3. How would you view yourself if you were looking through God's eyes?

4. It has been said that conscience attaches itself to the highest standard that we know. Is your moral standard your moral standard or is it God's? There is a difference, each of us must figure this out.....

5. Do you know someone that through them you have been blessed? Is it your desire to be that for someone else? As Christians we have most certainly been blessed by Jesus Christ, do others see that relationship in you????

6. Is there a particular sin in your life that you refuse to give up? Do you think that when you defend yourself before or to God He understands and relents to your position..... or does it damage your relationship with Him?

7. If belief = commitment, do you believe???

8 Do you feel incomplete because you have not been called to a "special" work or calling??? (Remember God calls us to be special where we are... cause we certainly can't where we aren't!)

9. Does God forgive without our asking for His forgiveness? Do we forgive someone else before they ask us???

10. It is said that the early Puritans use to pray for "the gift of tears" which is the expression given to the gift of repentance. Have you experienced that gift? Does this need to be public?

May I suggest The Way to Wholeness by the late Dr. Ray Stedman. After reading Dr. Stedman's work, take the quiz again. See which questions you might answer differently.

Wednesday, December 26, 2007

Growing in Grace

Many of us have retained the same images and beliefs about God we held in childhood without much, if any, variations to those first convictions. We are also unable to verbalize our beliefs using words much different from when we were nine or ten years old. Now I'm the first to acknowledge that a childlike faith is indeed a blessing, but as adults if we don't recognize that same faith with an adult understanding of its simplicity we become easy marks for those whose aim it is to shake us loose from it. There isn't a lot to like about anything half baked, including faith.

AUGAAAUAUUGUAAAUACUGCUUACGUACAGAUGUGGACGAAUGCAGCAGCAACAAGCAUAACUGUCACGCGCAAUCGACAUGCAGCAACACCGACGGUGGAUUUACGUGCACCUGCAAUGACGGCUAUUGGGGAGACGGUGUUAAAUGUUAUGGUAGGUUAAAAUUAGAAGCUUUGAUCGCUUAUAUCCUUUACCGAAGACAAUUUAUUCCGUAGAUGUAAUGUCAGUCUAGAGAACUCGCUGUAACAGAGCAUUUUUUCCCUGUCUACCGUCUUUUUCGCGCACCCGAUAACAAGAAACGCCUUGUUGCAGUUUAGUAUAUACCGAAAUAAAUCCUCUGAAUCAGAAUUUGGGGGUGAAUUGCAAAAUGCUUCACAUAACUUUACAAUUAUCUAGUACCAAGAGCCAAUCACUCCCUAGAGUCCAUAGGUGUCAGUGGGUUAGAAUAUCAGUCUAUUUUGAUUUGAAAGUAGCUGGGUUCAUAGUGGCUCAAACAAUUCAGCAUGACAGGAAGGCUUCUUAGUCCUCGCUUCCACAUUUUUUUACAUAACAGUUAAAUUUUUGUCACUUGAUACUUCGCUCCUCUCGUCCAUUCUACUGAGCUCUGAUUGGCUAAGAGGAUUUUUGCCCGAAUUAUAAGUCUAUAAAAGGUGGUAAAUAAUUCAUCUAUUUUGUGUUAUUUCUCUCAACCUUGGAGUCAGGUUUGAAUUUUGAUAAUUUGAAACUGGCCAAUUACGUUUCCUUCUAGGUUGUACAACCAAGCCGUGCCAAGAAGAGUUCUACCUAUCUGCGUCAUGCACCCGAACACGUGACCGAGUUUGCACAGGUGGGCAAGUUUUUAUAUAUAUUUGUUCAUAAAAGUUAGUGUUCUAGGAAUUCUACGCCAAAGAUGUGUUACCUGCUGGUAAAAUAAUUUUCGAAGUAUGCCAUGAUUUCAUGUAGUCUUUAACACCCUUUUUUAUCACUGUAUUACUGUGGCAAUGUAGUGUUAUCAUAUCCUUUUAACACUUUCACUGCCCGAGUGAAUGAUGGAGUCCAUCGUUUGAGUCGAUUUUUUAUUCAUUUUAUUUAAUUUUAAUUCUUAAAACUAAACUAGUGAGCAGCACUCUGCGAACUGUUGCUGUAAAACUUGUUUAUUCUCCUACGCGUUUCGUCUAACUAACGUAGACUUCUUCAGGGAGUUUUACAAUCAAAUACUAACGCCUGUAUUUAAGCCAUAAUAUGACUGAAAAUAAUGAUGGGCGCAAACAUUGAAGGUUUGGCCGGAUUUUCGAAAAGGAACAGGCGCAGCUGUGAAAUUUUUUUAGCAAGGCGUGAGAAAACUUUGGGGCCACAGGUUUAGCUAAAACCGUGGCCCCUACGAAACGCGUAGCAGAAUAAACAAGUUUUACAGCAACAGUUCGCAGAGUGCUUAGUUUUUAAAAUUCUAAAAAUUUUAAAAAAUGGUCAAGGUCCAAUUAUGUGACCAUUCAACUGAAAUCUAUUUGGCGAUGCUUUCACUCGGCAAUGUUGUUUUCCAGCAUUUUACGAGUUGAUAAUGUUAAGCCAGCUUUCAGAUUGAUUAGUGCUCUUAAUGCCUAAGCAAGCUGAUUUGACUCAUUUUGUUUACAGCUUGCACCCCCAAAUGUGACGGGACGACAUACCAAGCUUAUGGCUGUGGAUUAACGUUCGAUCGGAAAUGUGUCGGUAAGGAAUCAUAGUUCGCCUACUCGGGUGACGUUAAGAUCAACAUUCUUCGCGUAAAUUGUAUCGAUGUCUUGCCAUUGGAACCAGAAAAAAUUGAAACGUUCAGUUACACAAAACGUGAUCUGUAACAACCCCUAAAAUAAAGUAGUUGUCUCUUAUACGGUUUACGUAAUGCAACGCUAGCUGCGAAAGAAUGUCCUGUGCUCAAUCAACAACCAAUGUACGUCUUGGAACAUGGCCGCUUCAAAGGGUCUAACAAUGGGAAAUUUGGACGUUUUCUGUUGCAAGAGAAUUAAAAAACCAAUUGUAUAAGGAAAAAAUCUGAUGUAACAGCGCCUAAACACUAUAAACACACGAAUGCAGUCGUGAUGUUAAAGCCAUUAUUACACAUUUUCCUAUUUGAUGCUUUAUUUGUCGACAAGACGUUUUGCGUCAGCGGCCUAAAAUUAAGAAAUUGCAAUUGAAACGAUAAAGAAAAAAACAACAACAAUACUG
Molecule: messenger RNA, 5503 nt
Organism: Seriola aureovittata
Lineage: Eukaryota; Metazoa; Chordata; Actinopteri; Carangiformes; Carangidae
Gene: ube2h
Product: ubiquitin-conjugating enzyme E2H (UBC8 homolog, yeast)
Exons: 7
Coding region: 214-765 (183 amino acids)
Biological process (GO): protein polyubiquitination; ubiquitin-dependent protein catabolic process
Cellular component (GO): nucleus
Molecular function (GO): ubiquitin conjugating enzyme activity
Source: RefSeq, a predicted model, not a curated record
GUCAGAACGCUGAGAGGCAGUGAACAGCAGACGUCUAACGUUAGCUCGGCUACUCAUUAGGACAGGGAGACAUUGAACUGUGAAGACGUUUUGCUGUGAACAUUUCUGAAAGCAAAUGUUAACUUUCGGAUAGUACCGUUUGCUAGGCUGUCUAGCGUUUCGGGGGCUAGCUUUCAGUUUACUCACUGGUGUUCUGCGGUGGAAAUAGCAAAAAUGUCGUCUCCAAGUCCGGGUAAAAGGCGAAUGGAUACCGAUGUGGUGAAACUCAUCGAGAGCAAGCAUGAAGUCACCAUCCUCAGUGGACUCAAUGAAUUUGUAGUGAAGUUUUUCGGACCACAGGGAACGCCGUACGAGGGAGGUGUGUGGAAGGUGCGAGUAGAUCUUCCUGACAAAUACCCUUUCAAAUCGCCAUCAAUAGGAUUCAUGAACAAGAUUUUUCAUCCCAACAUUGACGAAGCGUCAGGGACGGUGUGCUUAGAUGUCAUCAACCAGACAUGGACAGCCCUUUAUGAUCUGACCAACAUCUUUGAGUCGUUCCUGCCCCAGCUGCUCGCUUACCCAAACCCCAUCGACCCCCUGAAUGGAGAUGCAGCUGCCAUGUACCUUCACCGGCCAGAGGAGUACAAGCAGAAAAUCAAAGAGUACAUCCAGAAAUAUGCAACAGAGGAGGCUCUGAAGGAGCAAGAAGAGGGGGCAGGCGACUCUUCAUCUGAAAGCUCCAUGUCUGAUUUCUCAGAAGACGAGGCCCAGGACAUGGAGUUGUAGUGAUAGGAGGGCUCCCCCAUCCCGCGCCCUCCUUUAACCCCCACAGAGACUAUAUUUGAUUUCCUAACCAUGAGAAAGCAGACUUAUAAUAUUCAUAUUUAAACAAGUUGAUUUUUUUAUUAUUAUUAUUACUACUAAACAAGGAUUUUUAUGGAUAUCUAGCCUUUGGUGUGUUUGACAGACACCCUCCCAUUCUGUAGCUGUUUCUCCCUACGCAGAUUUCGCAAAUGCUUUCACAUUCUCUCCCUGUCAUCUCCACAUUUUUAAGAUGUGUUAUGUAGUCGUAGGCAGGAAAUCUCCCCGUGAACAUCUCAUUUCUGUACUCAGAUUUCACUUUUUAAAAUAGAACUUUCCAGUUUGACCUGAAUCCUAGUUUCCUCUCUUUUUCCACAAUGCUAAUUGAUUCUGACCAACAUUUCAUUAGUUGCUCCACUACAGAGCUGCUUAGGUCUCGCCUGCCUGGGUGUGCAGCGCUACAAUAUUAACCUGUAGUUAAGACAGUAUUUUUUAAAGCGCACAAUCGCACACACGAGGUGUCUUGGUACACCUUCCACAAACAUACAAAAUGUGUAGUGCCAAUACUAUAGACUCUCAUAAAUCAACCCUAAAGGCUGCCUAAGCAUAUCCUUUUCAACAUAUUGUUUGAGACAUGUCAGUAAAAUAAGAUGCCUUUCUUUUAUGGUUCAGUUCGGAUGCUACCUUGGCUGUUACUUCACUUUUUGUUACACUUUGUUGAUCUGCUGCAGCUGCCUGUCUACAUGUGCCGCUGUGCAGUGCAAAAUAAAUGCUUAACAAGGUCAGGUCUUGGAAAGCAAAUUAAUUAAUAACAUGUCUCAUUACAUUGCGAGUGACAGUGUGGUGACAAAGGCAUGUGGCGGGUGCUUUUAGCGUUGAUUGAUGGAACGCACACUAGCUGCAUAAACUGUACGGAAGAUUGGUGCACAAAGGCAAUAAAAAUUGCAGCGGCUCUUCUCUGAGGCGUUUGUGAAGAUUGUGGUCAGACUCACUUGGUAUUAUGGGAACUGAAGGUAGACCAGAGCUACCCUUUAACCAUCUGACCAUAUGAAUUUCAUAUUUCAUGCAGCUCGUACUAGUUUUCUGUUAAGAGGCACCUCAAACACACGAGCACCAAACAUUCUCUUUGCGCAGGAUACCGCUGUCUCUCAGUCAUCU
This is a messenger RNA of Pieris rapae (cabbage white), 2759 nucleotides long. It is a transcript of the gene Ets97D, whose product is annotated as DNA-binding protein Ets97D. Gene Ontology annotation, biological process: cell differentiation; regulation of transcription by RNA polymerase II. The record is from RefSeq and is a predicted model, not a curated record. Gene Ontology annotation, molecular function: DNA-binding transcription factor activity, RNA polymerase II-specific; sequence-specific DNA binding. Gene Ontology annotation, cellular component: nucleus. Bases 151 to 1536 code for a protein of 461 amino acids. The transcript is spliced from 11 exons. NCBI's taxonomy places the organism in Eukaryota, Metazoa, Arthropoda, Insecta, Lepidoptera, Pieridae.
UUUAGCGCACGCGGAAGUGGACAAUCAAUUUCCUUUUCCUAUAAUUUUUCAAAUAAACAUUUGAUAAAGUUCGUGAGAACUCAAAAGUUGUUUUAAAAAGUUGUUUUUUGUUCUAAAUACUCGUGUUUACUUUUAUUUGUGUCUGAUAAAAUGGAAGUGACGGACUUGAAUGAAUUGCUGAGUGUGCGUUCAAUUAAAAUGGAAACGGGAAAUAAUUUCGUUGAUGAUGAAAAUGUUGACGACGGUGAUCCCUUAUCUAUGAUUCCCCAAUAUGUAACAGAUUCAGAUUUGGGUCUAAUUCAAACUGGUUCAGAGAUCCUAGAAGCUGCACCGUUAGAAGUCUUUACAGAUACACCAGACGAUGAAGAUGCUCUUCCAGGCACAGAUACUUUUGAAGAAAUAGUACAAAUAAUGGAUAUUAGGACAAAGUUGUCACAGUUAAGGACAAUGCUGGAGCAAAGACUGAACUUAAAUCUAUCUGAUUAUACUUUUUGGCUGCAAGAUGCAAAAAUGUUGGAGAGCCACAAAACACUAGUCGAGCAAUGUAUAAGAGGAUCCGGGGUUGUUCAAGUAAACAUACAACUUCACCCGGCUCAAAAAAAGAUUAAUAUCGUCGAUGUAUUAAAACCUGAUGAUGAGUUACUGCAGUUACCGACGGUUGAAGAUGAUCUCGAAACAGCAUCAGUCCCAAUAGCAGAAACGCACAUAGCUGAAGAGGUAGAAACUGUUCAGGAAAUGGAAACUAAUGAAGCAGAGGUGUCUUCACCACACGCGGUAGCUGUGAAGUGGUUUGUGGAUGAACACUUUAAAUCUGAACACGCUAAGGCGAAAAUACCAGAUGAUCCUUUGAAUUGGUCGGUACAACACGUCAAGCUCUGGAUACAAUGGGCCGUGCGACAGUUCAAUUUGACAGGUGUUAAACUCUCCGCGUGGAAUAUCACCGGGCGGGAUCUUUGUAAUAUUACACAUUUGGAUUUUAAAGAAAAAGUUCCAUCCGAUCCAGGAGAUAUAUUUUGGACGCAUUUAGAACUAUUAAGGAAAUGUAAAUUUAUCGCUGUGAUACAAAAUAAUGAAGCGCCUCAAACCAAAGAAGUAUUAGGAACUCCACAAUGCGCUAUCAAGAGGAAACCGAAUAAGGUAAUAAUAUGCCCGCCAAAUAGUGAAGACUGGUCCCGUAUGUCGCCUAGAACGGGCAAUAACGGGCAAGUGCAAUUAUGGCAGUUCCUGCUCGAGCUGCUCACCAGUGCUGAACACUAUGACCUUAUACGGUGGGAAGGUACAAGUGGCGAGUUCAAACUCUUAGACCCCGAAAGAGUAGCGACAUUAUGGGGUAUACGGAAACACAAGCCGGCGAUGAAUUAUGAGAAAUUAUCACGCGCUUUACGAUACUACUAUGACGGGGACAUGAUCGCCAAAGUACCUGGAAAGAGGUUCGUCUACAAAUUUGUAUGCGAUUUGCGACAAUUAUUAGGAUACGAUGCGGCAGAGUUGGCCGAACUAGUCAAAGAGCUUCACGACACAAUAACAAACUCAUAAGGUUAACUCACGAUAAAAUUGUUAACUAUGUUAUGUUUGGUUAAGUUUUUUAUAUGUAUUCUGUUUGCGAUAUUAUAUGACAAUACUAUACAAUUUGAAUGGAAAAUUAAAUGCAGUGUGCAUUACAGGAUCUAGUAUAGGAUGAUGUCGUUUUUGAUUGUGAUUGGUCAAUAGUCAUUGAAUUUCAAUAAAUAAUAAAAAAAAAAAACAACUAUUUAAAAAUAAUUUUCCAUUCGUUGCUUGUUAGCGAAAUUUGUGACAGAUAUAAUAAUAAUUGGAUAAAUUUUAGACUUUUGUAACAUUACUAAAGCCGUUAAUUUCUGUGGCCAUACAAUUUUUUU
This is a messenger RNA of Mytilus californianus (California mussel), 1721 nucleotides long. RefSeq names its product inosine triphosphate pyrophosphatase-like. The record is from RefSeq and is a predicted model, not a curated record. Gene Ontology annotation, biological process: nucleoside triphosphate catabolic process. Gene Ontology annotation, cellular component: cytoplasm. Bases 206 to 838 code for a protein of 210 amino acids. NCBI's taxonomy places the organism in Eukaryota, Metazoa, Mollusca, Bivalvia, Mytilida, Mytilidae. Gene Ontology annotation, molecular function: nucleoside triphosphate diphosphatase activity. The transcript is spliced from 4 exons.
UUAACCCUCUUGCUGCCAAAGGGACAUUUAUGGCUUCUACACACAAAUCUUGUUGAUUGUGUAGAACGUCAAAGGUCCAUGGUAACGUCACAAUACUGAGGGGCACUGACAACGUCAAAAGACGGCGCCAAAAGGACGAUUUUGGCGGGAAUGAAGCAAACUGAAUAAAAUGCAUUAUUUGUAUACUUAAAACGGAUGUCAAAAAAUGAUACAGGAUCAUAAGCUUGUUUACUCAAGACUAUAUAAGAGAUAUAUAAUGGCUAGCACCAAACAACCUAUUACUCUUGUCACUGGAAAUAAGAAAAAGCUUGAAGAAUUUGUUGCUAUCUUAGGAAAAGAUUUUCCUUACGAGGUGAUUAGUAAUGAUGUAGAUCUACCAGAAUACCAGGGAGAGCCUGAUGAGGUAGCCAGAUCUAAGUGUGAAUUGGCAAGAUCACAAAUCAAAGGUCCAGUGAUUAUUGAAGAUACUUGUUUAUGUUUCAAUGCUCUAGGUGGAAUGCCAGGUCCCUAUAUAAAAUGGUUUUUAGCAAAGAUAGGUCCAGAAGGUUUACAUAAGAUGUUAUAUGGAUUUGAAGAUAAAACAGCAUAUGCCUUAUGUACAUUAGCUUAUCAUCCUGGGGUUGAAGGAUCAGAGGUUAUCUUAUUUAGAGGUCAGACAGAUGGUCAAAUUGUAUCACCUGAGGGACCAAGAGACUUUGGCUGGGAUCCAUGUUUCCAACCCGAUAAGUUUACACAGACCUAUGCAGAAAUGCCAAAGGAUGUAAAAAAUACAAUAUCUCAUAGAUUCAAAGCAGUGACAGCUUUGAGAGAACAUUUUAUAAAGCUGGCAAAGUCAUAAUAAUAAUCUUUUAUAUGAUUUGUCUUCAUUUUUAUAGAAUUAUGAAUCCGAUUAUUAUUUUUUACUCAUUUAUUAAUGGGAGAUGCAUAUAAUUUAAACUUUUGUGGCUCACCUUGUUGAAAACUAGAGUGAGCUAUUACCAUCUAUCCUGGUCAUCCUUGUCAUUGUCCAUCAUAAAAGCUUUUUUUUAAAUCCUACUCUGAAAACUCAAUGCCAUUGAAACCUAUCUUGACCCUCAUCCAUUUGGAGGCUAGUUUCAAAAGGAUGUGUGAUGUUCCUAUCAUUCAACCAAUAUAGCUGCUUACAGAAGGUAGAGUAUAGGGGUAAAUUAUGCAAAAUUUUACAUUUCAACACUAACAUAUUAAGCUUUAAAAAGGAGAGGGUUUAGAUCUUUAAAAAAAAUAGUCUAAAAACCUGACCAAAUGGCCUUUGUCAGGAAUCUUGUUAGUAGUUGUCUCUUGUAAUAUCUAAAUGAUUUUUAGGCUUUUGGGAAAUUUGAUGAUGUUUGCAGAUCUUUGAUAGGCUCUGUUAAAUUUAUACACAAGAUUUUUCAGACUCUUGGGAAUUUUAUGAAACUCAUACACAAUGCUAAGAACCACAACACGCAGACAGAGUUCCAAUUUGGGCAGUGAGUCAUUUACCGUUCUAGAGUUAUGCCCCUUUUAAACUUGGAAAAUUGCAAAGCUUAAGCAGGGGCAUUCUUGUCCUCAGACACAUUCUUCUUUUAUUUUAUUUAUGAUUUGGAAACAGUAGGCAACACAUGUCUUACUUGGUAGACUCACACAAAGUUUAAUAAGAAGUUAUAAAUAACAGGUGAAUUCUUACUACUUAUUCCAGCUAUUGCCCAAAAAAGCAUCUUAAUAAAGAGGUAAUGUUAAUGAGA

I firmly believe that children have the ability to recognize Jesus a lot easier than adults because they can identify (or sense) real love. Whereas adults have been jaded by all the negative experiences of falling in and out of love which causes them to tread lightly... children just gravitate to the real thing. They may not be able to describe, but they know it. If we have not developed a maturing relationship with Jesus beyond those early encounters we, as adults, live as if Jesus fell out of love with us because we have with Him. Therein lies our vulnerability, and our disconnect between God's love and our ability to love. His is unconditional... sadly, often times ours is not.